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Thursday, December 13, 2018

Campus

Architecture pond turtles were not murdered, says Facilities Services


 

Students who witnessed a maintenance worker combing the architecture pond for turtles were concerned they were not meeting a happy fate. | McKenzie Misiaszek/The Cougar

Quinn Edgecombe has had lunch at the koi pond since her freshman year. As a senior, she continued to enjoy the pond until she came into work one day and saw a turtle in a box at the front desk. The turtle had been removed from the pond by a maintenance worker for reasons unknown to her and her coworkers.

The pond has always had turtles residing in it, cohabitating with the fish. Recently, there has been an increase in the turtle population. With that increase came a plummet in the koi fish population, which prompted the removal of the reptiles.

“For a long time, (Facilities Services) didn’t tell me who it was and I was like, ‘Okay you need to tell me where are these turtles going because if you’re just taking them out and then killing them, because they wouldn’t tell me a straight answer, that’s what I’m going to assume because you’re not telling me where you’re taking them,'” said Edgecombe.

After walking to the College of Architecture and Design, Edgecombe asked the front desk for a number she could contact to talk to someone about the removal of the turtles. After receiving the number for Facilities Services, she returned to the Design Exploration Center, the small building next to the koi pond, and took a picture of the turtle at the front desk and put it on Snapchat.

“I took a video and he looked really angry, but I would be too if I was being ripped apart from my family and my home,” Edgecombe said. “I sent it to everyone I knew that was in my Snapchat, and I was like ‘Call Craig (Whitfield)’ and I put his number on my Snapchat.”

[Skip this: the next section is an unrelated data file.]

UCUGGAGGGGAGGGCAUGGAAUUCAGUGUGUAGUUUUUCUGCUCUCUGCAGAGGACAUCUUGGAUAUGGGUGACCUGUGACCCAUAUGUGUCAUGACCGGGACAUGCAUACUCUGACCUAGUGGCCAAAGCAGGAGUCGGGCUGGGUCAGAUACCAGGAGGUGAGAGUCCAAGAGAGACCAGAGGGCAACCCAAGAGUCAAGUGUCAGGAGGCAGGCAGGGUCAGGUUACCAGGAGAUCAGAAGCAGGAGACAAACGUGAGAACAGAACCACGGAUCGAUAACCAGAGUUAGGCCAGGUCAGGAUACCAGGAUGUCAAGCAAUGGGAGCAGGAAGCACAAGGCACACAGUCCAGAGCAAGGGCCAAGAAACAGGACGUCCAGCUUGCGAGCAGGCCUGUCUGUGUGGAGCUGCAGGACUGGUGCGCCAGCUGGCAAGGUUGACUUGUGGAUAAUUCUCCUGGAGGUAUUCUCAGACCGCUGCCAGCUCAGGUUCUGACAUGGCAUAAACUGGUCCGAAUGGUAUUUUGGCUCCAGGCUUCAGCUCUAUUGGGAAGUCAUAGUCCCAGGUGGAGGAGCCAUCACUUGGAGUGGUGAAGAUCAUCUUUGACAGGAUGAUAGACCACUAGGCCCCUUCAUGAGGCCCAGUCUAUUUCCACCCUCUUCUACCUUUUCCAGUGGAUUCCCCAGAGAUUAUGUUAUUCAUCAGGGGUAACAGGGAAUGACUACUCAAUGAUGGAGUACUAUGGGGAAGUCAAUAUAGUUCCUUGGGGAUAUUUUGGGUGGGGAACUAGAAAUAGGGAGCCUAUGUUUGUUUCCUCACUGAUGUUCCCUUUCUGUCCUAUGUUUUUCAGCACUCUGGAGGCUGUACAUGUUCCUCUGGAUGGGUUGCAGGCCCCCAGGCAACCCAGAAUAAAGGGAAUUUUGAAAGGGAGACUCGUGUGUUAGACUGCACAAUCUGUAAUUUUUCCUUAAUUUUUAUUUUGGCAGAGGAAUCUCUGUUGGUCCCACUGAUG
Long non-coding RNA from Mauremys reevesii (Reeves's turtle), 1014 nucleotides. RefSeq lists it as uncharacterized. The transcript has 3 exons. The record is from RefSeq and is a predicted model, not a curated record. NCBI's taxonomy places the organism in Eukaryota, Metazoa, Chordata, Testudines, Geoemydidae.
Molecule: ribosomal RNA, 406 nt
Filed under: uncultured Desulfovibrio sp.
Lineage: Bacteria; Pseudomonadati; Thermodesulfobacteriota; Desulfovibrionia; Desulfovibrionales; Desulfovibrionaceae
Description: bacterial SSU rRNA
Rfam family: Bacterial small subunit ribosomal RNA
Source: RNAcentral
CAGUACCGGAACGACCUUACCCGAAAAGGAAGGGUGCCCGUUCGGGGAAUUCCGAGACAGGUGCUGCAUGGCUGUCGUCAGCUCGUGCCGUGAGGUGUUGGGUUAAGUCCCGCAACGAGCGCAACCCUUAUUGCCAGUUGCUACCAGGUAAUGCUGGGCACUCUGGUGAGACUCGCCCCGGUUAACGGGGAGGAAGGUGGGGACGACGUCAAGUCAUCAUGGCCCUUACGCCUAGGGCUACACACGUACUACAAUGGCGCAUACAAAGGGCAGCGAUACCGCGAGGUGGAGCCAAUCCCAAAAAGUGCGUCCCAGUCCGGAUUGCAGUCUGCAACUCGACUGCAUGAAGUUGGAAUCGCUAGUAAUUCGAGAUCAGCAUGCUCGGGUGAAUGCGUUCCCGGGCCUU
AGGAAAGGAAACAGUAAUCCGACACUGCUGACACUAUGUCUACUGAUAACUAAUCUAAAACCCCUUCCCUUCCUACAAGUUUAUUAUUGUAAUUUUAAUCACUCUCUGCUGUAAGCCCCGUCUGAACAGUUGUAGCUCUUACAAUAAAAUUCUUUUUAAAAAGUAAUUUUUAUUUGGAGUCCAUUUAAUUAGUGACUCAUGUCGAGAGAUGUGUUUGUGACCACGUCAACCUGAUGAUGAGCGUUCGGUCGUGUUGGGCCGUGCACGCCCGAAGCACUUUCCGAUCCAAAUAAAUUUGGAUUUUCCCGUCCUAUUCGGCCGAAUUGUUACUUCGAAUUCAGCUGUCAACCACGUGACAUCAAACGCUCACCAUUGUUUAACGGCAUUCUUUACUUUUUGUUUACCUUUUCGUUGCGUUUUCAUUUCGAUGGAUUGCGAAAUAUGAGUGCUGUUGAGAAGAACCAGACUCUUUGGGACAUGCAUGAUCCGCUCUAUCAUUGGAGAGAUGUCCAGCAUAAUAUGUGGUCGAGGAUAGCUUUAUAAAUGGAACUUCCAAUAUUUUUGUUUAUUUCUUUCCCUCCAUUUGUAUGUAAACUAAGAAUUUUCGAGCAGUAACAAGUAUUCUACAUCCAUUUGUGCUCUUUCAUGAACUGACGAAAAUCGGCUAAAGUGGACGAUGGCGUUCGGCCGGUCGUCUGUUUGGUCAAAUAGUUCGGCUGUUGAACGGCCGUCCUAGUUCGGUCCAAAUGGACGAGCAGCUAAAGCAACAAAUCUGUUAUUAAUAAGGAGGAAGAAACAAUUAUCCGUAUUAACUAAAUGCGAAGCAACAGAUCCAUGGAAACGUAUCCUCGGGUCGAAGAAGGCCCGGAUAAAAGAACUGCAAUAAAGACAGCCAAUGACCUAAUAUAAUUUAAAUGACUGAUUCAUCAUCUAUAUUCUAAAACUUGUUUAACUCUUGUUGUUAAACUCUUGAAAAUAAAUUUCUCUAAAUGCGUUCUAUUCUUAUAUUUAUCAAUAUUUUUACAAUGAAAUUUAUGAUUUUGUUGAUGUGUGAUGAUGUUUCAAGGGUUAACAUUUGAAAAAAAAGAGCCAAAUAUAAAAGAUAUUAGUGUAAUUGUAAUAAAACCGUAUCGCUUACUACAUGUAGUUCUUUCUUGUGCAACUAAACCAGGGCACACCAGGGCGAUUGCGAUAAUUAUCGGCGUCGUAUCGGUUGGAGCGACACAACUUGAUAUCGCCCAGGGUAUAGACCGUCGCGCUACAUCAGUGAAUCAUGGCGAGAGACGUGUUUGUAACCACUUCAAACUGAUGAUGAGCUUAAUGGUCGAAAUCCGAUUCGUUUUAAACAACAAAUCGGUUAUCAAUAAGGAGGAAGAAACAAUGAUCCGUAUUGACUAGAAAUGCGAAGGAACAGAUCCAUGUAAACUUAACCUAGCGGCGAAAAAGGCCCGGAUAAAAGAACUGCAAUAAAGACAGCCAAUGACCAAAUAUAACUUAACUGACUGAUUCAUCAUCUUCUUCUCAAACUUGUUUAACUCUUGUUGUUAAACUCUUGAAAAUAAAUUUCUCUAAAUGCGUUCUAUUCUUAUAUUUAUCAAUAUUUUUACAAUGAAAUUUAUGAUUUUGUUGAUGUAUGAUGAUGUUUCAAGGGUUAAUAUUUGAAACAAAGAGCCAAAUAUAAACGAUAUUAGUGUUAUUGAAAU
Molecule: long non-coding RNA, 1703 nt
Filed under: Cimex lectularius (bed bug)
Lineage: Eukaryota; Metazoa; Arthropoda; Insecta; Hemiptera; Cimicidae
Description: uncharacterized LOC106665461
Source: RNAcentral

After she received several messages asking what happened, she told her friends to find out for themselves by calling him. She said quite a few called him and left messages.

The turtles were not murdered. They were moved to Brays Bayou, which is located on the opposite side of campus and is a natural environment for turtles of all species. The koi pond is not big enough to support a large turtle population and would lead to negative outcomes for the wildlife, said Facility Manager Craig Whitfield in an email Edgecombe received Thursday.

”They would also start eating the koi fish once the little fishes have been eaten by them,” Whitfield said. “They would ultimately die of starvation.”

The University is not sure how the new turtles got to the pond or where they came from, but they know it happened recently and is detrimental to the native animals in the pond. Executive Director for Facilities Services Jeffrey Benjamin suspects the turtles were once students’ pets released into the pond or they migrated from the area near the pond now under construction.

“Over the last couple of weeks, there’s been kind of an explosion in the turtle population unexpectedly,” Benjamin said. “On average we’ve had about four turtles in there, and the next thing you know my maintenance guys are telling me we’ve got 20 turtles in the koi pond and they’re decimating our koi population.”

In the past, the koi fish were large enough to avoid much pestering by turtles. The majority of the fish were over a foot long. This is not the case anymore. In December 2017, someone vandalized the pumps connected to the pond, causing it to drain overnight and the koi to die.

Since then, the University has restocked the pond with small koi fish that have been eaten by the newly introduced turtles, Benjamin said.

“The original turtles that were there were easy to identify because they’ve been there for years,” Benjamin said.

The native pond turtles, red-eared sliders, eat fish and bugs. Their beaks are not usually sharp enough to harm the large koi fish, and when there were only four of them they rarely had a reason to. The majority of the new turtles, which are snapping turtles and still native to the area, were the ones removed and primarily injuring koi fish, Benjamin said.

The snapping turtle at the front desk was adopted by some turtle-loving architecture students who know how to care for the reptiles, and he now has a safe home.

“There was actually a girl who was in the College of Architecture who loves turtles and so does her brother, and they actually took him home and now they’re caring for him,” Edgecombe said.

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